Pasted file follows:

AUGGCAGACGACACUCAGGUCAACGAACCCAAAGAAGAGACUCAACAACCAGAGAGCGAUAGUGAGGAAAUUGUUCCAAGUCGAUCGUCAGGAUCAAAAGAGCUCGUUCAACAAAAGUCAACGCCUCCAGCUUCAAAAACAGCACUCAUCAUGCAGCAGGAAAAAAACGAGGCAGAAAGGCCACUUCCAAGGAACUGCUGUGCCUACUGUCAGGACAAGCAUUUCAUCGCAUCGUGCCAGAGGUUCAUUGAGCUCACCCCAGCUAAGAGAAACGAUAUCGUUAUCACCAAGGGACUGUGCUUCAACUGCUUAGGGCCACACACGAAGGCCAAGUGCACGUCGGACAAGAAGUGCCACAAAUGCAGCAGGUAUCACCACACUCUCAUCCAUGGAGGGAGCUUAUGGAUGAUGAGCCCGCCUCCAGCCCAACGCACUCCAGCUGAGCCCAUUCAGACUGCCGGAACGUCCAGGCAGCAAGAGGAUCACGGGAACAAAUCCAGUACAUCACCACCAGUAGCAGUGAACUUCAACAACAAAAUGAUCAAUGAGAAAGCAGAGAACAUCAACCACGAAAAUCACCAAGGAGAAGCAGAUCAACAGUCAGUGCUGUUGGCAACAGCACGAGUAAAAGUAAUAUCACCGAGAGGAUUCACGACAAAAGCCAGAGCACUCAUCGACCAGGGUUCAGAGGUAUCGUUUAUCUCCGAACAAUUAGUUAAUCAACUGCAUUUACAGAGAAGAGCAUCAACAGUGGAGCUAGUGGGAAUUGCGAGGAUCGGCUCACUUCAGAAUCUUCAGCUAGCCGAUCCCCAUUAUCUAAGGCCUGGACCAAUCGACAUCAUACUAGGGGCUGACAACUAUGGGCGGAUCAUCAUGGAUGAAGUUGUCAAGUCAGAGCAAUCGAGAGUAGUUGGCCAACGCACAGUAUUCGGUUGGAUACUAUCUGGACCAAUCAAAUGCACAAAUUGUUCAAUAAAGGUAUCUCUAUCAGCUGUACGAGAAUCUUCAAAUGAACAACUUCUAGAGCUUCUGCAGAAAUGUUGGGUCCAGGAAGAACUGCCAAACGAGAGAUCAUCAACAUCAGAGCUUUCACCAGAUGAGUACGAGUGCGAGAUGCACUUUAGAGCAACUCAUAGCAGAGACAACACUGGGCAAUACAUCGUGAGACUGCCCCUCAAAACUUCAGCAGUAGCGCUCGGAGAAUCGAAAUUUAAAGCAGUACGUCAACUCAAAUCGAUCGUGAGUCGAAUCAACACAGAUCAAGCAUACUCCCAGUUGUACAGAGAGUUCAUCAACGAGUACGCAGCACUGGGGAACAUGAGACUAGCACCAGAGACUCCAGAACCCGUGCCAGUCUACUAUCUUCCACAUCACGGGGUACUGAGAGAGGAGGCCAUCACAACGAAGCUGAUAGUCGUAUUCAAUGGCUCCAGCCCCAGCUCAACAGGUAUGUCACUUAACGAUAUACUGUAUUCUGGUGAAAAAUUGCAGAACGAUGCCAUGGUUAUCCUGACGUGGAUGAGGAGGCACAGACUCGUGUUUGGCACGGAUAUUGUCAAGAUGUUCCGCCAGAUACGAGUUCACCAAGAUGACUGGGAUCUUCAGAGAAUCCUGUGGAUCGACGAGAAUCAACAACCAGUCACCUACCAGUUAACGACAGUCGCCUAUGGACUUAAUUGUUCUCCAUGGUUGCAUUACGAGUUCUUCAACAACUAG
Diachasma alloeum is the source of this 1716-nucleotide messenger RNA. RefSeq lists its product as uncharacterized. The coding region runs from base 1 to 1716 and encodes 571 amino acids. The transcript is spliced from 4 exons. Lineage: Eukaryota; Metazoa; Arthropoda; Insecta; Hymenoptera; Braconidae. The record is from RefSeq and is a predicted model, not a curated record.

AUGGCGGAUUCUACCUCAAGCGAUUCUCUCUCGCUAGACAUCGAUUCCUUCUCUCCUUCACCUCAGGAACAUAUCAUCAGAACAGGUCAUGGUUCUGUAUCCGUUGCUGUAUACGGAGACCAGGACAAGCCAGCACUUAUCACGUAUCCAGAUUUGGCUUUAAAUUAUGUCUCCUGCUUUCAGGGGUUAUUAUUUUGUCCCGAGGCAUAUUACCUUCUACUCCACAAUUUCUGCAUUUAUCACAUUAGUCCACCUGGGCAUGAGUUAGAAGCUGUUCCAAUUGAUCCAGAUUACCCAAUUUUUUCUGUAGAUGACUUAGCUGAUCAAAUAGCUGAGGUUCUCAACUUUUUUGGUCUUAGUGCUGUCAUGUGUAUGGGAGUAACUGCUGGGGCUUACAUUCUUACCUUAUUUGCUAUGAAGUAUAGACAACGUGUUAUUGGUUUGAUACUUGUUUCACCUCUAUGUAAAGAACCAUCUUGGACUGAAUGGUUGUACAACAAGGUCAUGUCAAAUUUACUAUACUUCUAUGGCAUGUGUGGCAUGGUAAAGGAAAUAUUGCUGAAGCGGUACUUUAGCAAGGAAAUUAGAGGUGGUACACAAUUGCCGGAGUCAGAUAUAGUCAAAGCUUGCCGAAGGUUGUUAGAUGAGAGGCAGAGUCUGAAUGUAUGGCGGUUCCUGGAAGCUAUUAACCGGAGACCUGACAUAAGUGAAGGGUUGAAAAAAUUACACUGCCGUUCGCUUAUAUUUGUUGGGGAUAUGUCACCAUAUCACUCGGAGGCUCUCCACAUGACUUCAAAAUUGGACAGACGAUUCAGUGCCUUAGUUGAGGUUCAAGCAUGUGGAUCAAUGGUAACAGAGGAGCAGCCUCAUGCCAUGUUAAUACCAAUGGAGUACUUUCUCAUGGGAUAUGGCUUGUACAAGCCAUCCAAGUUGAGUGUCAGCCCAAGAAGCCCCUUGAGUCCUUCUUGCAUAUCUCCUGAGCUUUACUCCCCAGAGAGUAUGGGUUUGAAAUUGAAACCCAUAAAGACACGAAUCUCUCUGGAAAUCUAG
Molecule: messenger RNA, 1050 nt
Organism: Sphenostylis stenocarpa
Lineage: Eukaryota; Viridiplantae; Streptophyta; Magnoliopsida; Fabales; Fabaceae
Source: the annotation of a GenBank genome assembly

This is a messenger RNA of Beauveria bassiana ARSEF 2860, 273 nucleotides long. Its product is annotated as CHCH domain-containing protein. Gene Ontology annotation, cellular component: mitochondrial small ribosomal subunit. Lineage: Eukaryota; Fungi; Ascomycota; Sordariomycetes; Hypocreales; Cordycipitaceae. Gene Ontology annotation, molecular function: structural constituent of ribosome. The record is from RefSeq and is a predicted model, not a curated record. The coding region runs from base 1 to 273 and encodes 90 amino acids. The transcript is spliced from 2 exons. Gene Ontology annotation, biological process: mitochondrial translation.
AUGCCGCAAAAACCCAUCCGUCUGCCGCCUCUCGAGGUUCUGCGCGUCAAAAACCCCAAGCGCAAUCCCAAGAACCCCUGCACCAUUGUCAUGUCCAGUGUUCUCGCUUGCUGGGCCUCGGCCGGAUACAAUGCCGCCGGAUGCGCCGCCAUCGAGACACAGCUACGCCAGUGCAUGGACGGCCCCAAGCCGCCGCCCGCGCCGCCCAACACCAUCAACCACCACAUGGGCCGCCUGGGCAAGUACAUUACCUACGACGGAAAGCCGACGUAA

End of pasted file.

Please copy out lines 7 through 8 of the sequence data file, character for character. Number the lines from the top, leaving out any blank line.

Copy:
Source: the annotation of a GenBank genome assembly

This is a messenger RNA of Beauveria bassiana ARSEF 2860, 273 nucleotides long. Its product is annotated as CHCH domain-containing protein. Gene Ontology annotation, cellular component: mitochondrial small ribosomal subunit. Lineage: Eukaryota; Fungi; Ascomycota; Sordariomycetes; Hypocreales; Cordycipitaceae. Gene Ontology annotation, molecular function: structural constituent of ribosome. The record is from RefSeq and is a predicted model, not a curated record. The coding region runs from base 1 to 273 and encodes 90 amino acids. The transcript is spliced from 2 exons. Gene Ontology annotation, biological process: mitochondrial translation.